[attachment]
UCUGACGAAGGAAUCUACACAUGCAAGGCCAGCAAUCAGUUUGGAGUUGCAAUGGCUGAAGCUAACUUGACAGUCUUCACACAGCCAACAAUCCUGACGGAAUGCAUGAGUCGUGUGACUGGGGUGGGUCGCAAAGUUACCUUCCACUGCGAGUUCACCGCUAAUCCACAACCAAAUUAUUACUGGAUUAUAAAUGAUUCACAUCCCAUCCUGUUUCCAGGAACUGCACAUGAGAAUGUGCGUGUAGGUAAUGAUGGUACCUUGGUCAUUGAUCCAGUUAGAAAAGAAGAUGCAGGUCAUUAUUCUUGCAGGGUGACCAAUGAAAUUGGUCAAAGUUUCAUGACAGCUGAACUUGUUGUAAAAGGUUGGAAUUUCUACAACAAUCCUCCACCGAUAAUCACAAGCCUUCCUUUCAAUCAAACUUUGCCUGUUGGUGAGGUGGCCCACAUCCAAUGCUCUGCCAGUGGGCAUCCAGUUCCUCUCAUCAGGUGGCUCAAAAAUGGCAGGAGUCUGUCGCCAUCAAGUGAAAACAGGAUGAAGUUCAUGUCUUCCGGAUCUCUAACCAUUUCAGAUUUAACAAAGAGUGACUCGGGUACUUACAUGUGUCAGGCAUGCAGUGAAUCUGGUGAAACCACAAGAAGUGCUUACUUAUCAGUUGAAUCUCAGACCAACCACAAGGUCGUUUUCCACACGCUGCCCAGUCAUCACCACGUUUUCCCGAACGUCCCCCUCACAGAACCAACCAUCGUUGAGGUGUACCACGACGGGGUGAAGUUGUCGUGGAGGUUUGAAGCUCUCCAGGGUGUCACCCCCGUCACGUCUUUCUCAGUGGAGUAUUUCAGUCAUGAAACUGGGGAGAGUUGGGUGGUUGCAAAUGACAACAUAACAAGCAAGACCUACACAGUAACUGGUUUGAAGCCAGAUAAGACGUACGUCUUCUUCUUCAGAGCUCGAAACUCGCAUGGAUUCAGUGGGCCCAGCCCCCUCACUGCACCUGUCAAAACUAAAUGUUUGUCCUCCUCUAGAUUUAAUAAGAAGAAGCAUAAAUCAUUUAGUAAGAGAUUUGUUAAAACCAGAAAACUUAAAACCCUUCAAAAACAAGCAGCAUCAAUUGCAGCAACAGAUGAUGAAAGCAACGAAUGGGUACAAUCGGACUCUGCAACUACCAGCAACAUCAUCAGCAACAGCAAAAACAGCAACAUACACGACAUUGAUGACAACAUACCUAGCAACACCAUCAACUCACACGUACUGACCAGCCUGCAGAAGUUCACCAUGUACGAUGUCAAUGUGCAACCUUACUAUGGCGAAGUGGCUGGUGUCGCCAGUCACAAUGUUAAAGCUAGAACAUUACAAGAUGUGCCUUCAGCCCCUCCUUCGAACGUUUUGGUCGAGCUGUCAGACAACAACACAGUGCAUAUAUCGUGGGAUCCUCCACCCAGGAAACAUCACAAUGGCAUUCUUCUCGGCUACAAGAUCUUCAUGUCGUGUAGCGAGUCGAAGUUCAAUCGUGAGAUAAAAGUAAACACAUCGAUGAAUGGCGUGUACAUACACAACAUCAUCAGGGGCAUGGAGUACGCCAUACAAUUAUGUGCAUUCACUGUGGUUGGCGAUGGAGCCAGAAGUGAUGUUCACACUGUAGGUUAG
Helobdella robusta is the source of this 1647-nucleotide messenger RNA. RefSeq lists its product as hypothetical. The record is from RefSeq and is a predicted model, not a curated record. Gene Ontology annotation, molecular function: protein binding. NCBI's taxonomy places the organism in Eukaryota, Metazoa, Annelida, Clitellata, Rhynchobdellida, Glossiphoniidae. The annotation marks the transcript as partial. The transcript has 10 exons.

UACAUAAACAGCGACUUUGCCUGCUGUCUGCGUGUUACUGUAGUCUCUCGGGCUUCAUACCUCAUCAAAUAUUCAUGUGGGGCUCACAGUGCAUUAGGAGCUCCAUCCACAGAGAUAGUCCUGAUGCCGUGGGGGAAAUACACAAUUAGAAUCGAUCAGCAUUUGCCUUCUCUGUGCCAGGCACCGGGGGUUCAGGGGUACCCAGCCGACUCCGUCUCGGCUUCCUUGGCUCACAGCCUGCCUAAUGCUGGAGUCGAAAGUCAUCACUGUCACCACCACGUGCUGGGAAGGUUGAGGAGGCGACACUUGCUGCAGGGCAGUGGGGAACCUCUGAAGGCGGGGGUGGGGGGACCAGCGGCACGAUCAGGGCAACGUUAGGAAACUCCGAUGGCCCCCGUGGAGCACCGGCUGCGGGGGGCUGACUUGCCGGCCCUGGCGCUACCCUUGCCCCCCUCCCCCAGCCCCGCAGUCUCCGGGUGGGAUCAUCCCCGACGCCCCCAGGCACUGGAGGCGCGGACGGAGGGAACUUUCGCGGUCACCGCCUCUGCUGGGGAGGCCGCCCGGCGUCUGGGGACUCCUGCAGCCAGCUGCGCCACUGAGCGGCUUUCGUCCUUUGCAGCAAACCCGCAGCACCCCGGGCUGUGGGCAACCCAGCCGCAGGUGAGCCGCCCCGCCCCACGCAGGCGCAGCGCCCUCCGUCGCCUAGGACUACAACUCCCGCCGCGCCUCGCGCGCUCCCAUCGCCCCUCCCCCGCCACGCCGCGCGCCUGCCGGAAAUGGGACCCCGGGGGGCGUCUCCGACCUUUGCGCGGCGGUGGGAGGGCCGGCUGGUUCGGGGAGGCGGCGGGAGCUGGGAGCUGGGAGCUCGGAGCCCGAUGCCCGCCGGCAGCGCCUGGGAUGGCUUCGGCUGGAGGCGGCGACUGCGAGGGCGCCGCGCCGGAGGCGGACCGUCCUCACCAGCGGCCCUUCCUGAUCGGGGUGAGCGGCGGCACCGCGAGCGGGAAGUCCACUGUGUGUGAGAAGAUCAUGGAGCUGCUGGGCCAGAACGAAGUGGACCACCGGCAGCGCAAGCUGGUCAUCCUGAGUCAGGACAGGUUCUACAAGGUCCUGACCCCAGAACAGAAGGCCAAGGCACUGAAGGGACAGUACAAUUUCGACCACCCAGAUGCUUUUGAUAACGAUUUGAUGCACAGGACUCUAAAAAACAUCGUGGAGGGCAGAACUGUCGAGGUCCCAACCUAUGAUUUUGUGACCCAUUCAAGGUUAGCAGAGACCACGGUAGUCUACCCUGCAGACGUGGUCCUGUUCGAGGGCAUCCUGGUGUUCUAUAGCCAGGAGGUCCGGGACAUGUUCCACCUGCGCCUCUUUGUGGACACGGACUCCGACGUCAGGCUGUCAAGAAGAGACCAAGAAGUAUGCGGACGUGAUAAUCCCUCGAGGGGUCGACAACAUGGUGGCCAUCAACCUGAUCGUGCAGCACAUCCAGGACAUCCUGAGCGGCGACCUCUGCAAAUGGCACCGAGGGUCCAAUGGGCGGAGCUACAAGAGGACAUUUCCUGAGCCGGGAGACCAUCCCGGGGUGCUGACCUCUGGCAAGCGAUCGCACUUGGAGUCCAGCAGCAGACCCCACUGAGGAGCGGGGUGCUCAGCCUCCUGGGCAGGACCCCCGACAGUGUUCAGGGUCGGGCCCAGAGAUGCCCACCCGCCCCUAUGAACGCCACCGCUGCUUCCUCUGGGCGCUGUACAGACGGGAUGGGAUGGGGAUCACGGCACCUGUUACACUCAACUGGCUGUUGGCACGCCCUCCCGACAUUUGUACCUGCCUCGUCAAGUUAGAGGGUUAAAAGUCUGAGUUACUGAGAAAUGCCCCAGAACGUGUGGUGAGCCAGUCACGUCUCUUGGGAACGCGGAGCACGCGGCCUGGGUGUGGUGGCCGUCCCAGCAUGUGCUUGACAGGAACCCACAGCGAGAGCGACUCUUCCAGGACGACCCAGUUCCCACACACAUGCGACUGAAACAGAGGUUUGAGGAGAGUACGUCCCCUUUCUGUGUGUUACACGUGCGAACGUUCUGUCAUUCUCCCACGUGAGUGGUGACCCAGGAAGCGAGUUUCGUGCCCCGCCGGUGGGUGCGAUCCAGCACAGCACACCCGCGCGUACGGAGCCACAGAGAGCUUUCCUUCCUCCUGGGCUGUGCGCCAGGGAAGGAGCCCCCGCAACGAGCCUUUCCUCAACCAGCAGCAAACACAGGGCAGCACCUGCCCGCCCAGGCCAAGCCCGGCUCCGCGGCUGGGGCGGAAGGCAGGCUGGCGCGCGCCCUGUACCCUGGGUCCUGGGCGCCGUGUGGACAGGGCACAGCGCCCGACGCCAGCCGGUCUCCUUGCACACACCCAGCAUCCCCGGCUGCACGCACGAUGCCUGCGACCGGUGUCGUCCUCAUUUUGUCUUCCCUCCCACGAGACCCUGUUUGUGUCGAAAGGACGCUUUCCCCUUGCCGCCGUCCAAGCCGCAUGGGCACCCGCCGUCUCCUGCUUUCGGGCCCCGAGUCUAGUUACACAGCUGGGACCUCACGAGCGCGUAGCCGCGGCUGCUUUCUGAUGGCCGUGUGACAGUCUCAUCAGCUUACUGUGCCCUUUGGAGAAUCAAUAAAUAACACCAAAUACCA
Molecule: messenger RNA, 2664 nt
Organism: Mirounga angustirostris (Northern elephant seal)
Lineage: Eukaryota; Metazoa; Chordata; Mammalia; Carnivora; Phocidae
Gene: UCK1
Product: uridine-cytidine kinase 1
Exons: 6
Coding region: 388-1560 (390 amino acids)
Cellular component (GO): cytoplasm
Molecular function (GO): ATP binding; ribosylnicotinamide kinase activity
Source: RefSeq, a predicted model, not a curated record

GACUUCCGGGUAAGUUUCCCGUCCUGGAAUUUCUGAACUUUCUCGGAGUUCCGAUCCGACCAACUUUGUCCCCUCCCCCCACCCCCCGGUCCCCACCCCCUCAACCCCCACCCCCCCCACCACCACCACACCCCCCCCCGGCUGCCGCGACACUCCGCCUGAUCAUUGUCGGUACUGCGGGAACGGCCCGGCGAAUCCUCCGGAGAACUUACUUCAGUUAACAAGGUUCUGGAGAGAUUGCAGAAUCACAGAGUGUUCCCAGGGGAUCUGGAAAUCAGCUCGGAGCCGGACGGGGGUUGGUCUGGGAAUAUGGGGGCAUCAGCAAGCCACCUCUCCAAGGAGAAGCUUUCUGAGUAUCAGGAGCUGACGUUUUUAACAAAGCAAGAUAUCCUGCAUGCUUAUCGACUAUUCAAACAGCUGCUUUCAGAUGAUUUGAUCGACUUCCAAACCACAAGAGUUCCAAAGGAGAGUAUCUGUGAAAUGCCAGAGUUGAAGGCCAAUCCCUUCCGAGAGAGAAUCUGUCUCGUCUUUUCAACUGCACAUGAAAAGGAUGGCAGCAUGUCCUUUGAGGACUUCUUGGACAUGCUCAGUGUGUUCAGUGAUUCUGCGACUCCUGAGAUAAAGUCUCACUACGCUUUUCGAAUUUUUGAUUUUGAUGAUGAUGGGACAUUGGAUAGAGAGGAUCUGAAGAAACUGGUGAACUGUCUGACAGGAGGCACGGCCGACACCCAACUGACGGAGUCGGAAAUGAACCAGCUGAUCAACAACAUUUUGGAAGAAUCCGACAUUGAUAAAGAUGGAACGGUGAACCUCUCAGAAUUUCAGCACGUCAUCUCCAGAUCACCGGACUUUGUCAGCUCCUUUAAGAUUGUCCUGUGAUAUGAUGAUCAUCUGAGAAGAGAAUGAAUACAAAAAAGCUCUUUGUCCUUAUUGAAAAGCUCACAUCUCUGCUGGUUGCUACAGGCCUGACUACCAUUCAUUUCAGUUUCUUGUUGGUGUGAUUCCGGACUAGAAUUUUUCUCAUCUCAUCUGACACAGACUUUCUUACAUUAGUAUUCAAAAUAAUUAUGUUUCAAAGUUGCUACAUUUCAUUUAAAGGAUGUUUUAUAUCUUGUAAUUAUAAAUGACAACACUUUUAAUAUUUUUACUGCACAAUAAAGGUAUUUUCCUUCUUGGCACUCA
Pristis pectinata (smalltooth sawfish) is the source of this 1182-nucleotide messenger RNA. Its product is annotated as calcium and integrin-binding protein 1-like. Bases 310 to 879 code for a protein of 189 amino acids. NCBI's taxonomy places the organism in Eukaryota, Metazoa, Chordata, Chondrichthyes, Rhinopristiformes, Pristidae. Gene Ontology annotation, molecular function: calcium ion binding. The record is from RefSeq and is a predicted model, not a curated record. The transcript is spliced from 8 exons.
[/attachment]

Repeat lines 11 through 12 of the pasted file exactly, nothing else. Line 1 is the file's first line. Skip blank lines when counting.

Cellular component (GO): cytoplasm
Molecular function (GO): ATP binding; ribosylnicotinamide kinase activity